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Harry Warren: America's Foremost Composer (1933)

5.9
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Songwriter Harry Warren performs several of his own compositions, including "I Found a Million Dollar Baby" and "Shadow Waltz."

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Title: Harry Warren: America's Foremost Composer (1933)

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Cast

Complete credited cast:
...
Himself
The Leaders ...
Themselves - Singing Quartet
Gladys Brittain ...
Herself - Singer
Margie Hines ...
Herself - Singer (as Marjorie Hines)
Marguerite & Le Roy ...
Themselves - Dance Team
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Storyline

Harry Warren plays some of his most popular numbers on a piano in a tux in a drawing room with a few couples listening and a full bar in the foreground. There's some kidding and a few comic lyrics set to Warren tunes, then Margie Hines and Gladys Brittain alternate singing some of Warren's best-known songs, joined from time to time by The Legends. Couples dance, featuring Marguerite and Le Roy. Several couples kiss, others throw back martinis. For the final number, "Forty-Second Street," Warren begins with some solo piano and then we go to a sound stage with a cast of hundreds singing and dancing to an orchestra's playing. Written by <jhailey@hotmail.com>

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Plot Keywords:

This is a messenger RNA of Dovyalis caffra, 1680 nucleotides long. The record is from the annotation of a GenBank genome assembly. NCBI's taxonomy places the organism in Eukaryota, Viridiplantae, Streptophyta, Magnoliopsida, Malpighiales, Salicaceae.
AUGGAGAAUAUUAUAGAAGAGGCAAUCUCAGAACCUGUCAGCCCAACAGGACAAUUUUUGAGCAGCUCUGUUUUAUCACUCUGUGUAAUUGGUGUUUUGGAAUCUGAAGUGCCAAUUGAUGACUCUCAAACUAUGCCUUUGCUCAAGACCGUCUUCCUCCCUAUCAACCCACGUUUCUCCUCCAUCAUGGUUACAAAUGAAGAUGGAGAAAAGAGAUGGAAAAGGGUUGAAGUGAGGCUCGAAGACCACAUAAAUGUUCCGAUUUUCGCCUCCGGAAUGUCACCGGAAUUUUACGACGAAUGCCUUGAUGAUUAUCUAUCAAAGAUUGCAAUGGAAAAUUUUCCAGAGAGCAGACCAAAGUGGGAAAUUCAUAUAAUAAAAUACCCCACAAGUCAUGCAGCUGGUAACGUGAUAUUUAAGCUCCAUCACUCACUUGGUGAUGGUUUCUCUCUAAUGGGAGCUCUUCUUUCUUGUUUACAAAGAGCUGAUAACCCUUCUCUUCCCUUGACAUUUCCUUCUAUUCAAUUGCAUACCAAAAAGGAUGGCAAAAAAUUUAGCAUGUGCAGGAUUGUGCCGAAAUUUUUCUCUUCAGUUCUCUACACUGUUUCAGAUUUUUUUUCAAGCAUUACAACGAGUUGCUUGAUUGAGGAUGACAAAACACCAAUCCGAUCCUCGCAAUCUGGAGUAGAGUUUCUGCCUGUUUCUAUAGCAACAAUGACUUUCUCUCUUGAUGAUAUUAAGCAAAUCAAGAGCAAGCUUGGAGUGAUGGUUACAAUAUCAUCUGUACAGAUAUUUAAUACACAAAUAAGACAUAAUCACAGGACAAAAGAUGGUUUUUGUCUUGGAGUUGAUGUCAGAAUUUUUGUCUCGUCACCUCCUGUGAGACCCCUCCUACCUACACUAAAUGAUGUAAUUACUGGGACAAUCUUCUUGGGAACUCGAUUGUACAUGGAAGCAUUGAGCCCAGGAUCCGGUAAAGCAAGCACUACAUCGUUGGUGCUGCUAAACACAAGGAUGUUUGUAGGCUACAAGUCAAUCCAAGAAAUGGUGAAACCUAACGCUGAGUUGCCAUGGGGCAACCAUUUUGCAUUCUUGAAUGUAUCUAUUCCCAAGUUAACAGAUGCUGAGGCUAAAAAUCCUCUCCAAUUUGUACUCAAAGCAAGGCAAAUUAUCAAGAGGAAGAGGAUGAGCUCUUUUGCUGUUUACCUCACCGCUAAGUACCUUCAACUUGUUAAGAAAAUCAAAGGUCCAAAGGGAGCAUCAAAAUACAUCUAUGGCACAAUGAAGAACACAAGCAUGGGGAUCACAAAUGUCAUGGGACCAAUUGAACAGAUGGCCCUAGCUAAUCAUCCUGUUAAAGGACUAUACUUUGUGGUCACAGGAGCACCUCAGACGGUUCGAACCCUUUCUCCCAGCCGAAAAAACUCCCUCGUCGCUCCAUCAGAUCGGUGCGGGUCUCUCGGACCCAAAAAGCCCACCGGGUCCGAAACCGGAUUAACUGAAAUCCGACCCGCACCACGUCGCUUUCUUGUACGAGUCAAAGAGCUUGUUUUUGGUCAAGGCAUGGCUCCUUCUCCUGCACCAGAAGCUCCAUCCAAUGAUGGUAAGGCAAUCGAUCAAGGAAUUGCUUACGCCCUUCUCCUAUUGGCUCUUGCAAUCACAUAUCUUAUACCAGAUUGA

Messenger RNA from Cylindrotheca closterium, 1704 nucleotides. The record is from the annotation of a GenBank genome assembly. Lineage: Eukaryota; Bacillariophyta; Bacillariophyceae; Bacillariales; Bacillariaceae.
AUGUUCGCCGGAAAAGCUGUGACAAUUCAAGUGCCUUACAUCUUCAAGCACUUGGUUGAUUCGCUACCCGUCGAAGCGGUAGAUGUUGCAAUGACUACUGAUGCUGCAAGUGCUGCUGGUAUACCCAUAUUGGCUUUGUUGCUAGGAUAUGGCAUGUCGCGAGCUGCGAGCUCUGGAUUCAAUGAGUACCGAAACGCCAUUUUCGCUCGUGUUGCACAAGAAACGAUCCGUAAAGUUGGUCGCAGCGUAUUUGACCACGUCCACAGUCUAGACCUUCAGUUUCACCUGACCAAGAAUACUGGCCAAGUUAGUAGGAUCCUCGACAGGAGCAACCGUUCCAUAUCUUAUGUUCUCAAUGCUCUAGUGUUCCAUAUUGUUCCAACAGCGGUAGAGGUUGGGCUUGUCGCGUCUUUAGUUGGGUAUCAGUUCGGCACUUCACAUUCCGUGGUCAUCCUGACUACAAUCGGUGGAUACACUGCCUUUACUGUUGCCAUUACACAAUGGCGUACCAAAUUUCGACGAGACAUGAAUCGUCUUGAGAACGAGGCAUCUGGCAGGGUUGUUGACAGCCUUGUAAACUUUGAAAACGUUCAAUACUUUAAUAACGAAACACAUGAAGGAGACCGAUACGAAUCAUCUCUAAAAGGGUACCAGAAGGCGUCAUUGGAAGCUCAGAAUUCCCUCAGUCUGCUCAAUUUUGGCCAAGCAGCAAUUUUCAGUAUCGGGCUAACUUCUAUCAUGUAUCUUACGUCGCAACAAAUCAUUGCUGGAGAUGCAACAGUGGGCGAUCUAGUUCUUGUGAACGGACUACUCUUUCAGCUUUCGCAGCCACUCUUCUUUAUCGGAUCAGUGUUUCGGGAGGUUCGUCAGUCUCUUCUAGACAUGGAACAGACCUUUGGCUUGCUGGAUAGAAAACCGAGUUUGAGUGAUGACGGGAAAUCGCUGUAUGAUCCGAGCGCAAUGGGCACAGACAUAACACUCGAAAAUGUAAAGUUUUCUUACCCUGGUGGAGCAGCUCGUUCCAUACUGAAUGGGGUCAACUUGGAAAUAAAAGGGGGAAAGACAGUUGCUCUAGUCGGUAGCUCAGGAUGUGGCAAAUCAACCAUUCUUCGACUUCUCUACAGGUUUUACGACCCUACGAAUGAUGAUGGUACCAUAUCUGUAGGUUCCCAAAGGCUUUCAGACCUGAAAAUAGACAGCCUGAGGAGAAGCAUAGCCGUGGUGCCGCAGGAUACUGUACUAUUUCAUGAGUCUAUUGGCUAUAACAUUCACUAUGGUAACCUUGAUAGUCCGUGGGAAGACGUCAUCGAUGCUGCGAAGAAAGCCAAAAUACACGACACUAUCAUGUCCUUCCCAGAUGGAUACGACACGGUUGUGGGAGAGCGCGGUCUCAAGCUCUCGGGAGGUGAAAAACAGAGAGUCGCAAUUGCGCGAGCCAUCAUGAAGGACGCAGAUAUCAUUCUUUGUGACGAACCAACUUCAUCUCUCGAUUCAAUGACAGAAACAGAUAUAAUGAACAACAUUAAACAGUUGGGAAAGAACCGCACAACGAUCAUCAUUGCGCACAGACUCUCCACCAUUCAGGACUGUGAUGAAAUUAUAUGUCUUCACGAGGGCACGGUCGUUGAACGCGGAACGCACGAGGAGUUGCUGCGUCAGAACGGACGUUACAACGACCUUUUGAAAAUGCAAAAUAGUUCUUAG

singing | piano | dancing | songwriter | song | See more »

Genres:

Short | Music

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Details

Country:

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Release Date:

18 November 1933 (USA)  »

Also Known As:

Pepper Pot (1933-1934) (#6): Harry Warren, America's Foremost Composer  »

Company Credits

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Technical Specs

Sound Mix:

Aspect Ratio:

1.37 : 1
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Did You Know?

Trivia

Vitaphone production reel #1544 See more »

Connections

References 42nd Street (1933) See more »

Soundtracks

Shadow Waltz
(1933) (uncredited)
Music by Harry Warren
Lyrics by Al Dubin
Performed by Harry Warren on piano and sung by Gladys Brittain and The Leaders
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User Reviews

 
Shameless promo!
12 April 2006 | by (Denver) – See all my reviews

This was one of the weapons in WB's promotional arsenal for their big budget production of "Forty Second Street." Harry Warren was undoubtedly ONE of America's foremost composers--- demonstrated by the fact that many of the 75+ year old songs in his catalog are still known (and used in modern soundtracks) today. That said, I have to grumble when this implies he reigned supreme over the likes of Irving Berlin, George Gershwin or even Cole Porter in 1933--- Warner's puffery to be sure. This Vitaphone 'Pepper pot' short (weren't these shot in NYC?) is essentially Harry at the piano playing a menage of his well known songs, culminating with a short cut to the finale of Lloyd Bacon's 42nd Street. Somewhere in that shot are Ginger Rogers, Toby Wing and Una Merkel tapping away like mad. Interesting curio!


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